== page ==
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CBN targets money launderers, corrupt officials with new fx rules

By on August 25, 2020 0 248 Views

By Oludare Mayowa

The latest move by the Central Bank of Nigeria (CBN) to reform the process of foreign exchange allocations to importers by streamlining approval for documentation linked to trade finance transactions may have been informed more by the need to curb money laundering, tax evasion and attempt to commit fraud through the manipulations of such trade documents.
The CBN on Tuesday issued a circular prohibiting banks from opening trade finance documents, Forms M for importers who route their bills through third parties.
Though the regulatory bank said the move was to “forestall over-pricing and/or mispricing of goods and services imported into the country,” from available information, the CBN may also be targeting criminals and corrupt government officials using the process to carry out money laundering activities and fleecing the country of huge resources.
According to Aamar Ahmad, managing director of London based Sigma Risk, organised criminal networks across the globe are exploiting various means such as phantom shipments, false description of goods, misrepresenting the actual beneficiaries and making payments to unrelated parties to launder money from one jurisdiction to another.
In an article published on Monday in KYC360, Ahmad said a number of scandals have been exposed over the last few months involving organised criminal groups attempting to launder substantial sums of illicit funds through over/under-pricing of underlying products and attributing the price disparity to a significant shift in supply and demand.

READ ALSO: CBN Moves To Check Over-Invoicing Of Imported Goods

The CBN said in the latest communications with commercial lenders that it will introduce a Product Price Verification Mechanism as part of measures to check over-pricing and wrong pricing of goods and services imported into the country.
The regulatory bank said that hence banks should ensure verifications of importer’s payment documents before approving Form M and other trade payment documentation using its regular price monitoring mechanism to check over-invoicing for goods and services imported into the country.
The bank said the measures were part of efforts to ensure prudent use of the country’s foreign exchange resources and eliminate incidences of over-invoicing, transfer pricing, double handling charges, and avoidable costs that are ultimately passed to the average Nigerian consumers.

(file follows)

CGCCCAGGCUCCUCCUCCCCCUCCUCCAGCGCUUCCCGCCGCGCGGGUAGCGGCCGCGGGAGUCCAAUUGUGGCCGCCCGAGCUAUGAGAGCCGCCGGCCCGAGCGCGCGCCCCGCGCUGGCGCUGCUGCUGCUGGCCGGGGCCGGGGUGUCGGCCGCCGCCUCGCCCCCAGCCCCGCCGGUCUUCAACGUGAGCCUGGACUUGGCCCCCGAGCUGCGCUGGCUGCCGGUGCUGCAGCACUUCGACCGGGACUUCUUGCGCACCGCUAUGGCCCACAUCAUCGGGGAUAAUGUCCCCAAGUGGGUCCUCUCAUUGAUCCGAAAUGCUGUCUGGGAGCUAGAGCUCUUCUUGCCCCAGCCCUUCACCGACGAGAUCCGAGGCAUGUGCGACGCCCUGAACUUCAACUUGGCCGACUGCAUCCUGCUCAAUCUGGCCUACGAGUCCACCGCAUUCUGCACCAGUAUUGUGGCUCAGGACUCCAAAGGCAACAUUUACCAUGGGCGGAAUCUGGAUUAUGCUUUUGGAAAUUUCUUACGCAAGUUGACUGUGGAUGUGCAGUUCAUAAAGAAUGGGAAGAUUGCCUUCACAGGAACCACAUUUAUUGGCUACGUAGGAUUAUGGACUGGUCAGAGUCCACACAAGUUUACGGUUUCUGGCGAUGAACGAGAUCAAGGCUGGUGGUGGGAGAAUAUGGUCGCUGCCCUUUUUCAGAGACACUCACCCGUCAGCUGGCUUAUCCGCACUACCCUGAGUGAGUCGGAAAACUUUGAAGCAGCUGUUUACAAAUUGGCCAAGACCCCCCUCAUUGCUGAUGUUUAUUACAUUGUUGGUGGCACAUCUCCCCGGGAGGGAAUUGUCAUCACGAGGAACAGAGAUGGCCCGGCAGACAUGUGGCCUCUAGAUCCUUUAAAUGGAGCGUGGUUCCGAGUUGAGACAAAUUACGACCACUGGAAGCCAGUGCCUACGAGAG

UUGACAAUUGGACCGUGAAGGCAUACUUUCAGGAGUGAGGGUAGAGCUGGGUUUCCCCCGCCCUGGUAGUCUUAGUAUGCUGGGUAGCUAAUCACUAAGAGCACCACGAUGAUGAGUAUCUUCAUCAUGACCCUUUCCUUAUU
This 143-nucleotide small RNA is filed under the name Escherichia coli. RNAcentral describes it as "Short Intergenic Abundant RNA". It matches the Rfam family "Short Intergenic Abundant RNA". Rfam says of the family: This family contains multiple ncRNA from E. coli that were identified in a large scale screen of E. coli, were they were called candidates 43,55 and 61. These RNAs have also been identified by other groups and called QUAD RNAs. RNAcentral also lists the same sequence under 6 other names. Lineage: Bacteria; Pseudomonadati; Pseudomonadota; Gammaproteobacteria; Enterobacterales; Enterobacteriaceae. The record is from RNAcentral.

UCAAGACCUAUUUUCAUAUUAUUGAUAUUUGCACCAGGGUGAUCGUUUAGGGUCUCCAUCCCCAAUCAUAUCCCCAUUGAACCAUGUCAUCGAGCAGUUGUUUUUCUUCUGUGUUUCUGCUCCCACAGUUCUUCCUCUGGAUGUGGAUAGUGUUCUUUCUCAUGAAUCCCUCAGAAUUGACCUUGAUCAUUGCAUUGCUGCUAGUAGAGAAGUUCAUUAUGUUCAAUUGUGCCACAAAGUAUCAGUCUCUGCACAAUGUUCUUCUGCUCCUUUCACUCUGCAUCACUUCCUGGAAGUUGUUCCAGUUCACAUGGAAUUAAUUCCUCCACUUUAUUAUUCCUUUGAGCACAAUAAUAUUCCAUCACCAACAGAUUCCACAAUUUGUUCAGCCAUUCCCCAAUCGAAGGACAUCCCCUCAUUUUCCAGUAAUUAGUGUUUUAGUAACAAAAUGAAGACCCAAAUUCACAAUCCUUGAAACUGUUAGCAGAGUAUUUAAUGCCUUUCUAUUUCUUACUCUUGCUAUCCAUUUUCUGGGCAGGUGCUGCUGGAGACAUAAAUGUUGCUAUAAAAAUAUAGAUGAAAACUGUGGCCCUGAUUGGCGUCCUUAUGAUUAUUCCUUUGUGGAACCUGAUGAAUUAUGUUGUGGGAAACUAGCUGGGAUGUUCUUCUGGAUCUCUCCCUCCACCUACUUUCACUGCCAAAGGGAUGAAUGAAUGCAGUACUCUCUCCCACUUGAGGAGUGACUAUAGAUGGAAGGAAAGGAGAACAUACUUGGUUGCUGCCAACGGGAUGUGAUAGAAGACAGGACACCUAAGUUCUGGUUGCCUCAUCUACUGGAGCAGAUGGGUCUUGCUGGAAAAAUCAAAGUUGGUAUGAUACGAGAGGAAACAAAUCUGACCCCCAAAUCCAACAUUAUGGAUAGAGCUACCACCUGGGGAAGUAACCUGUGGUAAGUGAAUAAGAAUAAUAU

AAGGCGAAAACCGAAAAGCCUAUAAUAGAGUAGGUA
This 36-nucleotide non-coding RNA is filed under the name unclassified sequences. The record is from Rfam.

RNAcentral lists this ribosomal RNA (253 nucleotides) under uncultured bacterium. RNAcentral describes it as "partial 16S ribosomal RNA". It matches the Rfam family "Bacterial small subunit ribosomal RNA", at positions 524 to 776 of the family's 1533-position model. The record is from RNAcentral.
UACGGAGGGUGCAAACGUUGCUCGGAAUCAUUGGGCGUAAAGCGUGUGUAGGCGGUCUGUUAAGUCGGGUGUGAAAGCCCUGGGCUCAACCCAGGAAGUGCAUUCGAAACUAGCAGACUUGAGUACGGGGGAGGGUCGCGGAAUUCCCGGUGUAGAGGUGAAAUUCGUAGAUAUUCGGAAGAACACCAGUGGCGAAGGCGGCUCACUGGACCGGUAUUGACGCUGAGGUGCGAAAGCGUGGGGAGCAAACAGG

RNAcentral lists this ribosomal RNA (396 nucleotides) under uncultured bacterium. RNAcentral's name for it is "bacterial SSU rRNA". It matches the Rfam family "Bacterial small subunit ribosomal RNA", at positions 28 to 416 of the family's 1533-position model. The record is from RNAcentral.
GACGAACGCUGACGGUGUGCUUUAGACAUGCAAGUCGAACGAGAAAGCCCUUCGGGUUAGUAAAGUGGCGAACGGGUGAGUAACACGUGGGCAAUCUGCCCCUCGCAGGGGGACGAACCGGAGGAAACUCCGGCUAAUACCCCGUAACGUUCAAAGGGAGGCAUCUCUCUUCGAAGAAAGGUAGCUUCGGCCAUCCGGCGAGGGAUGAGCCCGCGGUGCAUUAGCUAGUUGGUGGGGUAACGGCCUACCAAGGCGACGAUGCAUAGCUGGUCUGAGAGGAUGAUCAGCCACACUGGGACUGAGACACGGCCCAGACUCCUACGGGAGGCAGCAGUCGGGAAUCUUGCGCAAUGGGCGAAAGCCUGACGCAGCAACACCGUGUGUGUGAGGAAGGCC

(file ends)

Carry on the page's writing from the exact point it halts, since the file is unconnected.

But Ahmad cited the recent arrest of Bolivia minister of health, Marcelo Navajas on suspicion of money laundering and over-invoicing to justified the present move by financial institutions across the globe to tighten regulations around trade finance.
Navajas was arrested in May for authorising the purchase of medical equipment (ventilators) at the price of €27.6k per unit through an intermediary, who had bought the ventilators for €9.5k per unit from the manufacturer. The payment totaled nearly €5 million–three times higher than the actual value of goods–and was allegedly intended to benefit the intermediary, which is based in a foreign country.
Ahmad said among the biggest challenges created by Covid-19 is the limited access to trade documents for physical inspection. He said in response to social distancing guidelines, paper documents have been replaced by their electronic counterparts.

ALSO READ THIS: Fighting Trade-Based Financial Crime in a Global Pandemic

“Yet most of the important documents linked to a trade finance transaction require physical inspections, including checking watermarks and wet-ink signatures on bills of lading, certificates of origin and inspection certificates.”
He also raised the possible hindrance to the implementation of the CBN new policy, which may include a limited number of financial institutions staff available as a result of the Covid-19 protocol which compels many bankers to work from home and also lack of technical know-how among some of the banking staff on what to do to detect such manipulations.
He also said staffing issues also apply to the offshore centres typically based in developing countries. A number of large financial institutions have thousands of staff members in offshore operations centres that do not have comparable technological resources, including work-laptops and access to high-speed Internet connectivity.
He said in addition to the hurdle of limited staff, their ability can hinder crucial documentary checks. Due to the large volume of trade transactions, staff in developed countries (who represent a small fraction of total staff that are located in offshore jurisdictions) may not be able to perform all applicable checks on the legitimacy of trade transactions.
“It is of paramount importance for financial institutions to raise awareness among their staff members around emerging typologies of financial crime through global trade. Whether firms choose to engage in bespoke training or take other precautions, mitigating the risks of criminal exploitation is a goal we all should share,” Ahmad wrote in the article.

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